About Good Returns  |  Advertise  |  Contact Us  |  Terms & Conditions  |  RSS Feeds Other Sites:   tmmonline.nz  |   landlords.co.nz
Last Article Uploaded: Friday, December 13th, 10:03PM
rss
Latest Headlines

Debt to income limits could slow down investors

The prospect of debt-to-income limits (DTIs) has been raised by recently released Treasury papers on the Reserve Bank’s LVR restrictions – and their introduction could put the brakes on some investors.

Wednesday, October 28th 2015, 10:09PM

by Miriam Bell

According to the Treasury papers, DTIs are an alternative macro-prudential tool that could offer an alternative, or additional, way of managing financial system vulnerability by targeting the likelihood of default.

DTIs can be difficult to implement in practice, which is why LVRs were chosen in 2013, the papers said.

“We welcome the RBNZ’s work on DTI data since then, and look forward to the developments in this area.”

Earlier this year, the RBNZ’s Bernard Hodgetts told media the bank was doing work on the debt-to-income ratios of residential property owners.

At the time, he said the RBNZ had no plans for any debt-to-income type measures – although it was trying to establish what might be possible in that area.

For investors, the introduction of DTIs could pose some problems.

Mortgage broker Campbell Hastie, from Go2Guys, said he is more of a fan of DTIs than of LVR restrictions.

This is because there are plenty of potential buyers out there who don’t have the necessary deposit, but who are fully capable of servicing a substantial mortgage.

However, for investors, DTI measures would assess part of their income as the rent they are getting from their properties and this could impact on their serviceability.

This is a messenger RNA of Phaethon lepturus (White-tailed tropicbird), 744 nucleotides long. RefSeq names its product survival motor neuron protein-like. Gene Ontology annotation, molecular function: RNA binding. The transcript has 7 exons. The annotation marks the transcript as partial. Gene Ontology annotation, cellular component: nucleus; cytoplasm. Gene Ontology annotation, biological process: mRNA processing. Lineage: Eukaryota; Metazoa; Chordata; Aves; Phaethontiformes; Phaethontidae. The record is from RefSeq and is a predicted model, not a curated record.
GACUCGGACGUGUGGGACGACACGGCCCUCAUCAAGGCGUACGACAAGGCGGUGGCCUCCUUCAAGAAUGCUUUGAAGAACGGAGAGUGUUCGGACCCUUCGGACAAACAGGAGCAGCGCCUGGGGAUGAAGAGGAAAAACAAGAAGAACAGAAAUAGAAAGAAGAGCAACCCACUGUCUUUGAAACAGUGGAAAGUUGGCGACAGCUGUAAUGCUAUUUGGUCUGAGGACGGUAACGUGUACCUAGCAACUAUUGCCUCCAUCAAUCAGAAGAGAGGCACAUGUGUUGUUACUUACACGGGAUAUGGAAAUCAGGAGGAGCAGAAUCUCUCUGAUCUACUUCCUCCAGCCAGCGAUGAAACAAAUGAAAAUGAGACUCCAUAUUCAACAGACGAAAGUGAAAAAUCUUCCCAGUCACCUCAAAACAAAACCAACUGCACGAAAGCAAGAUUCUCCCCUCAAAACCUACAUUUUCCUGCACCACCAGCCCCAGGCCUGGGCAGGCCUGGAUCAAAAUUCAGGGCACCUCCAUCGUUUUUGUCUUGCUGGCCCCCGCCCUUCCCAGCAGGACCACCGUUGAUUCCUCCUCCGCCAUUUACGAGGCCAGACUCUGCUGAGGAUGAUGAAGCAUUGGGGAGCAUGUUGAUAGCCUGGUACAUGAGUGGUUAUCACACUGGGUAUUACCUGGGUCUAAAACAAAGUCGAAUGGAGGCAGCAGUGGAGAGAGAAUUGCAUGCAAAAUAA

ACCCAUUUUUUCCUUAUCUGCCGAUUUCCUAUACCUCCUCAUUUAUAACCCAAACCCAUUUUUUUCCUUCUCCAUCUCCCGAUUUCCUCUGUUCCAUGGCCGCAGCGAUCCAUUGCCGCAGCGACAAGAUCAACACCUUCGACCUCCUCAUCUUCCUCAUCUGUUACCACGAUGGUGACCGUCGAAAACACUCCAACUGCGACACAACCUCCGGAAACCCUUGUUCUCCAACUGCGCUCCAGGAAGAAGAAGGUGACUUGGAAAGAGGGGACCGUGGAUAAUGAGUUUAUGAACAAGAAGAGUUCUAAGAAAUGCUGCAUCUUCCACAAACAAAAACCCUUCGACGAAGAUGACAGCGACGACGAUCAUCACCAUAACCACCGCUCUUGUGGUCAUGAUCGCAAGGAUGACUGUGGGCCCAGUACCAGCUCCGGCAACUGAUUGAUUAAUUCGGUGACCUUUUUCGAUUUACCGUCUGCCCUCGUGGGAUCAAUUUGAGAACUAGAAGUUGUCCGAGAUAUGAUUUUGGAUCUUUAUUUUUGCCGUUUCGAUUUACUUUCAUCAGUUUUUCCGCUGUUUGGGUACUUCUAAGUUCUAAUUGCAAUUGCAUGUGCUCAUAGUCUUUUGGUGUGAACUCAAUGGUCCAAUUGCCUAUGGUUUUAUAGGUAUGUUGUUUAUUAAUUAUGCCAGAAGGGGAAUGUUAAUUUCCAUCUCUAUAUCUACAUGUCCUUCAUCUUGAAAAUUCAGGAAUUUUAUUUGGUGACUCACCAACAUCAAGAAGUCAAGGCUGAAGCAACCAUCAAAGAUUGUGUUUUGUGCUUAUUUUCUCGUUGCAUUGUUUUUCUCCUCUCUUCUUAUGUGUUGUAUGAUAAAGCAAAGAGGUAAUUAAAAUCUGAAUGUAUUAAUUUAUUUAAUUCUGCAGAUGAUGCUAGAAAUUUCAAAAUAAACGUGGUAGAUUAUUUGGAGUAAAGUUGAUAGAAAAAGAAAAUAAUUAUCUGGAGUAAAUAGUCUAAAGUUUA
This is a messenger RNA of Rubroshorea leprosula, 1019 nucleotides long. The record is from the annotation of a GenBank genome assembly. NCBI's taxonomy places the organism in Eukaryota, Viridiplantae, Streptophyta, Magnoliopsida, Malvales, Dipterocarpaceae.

“Potentially, DTIs could restrict or restrain the activities of some investors,” he said.

“Many property owners in Auckland have a fair bit of equity now and might be a bit bullish. If you put an income test in front of them it could slow them down a bit.”

Infometrics managing director Gareth Kiernan said DTIs were another way to tackle the risks that could flow from Auckland’s housing market.

But he suspected it would probably be a more difficult policy to pursue [than LVR restrictions] when it comes to investors.

“How do you define the income of an investor? Some rental income would have to be taken into account. But, if they own multiple properties, how do you treat any other salary that they might earn?”

Kiernan said the policy could have a big impact on property owners who were heavily leveraged.

Applying DTIs to owner-occupiers would be easier, but they are still not as clear as LVR restrictions, he said.

“For this reason, the Reserve Bank might be doing some work on them, but they might be in the too-hard basket.”

At the coalface, it wouldn’t be too difficult for banks to implement DTIs when lending, Massey University banking expert David Tripe said.

“They would need to get the details of the borrowers’ income, as they do now, and they would include them as part of their calculations regarding the loan.”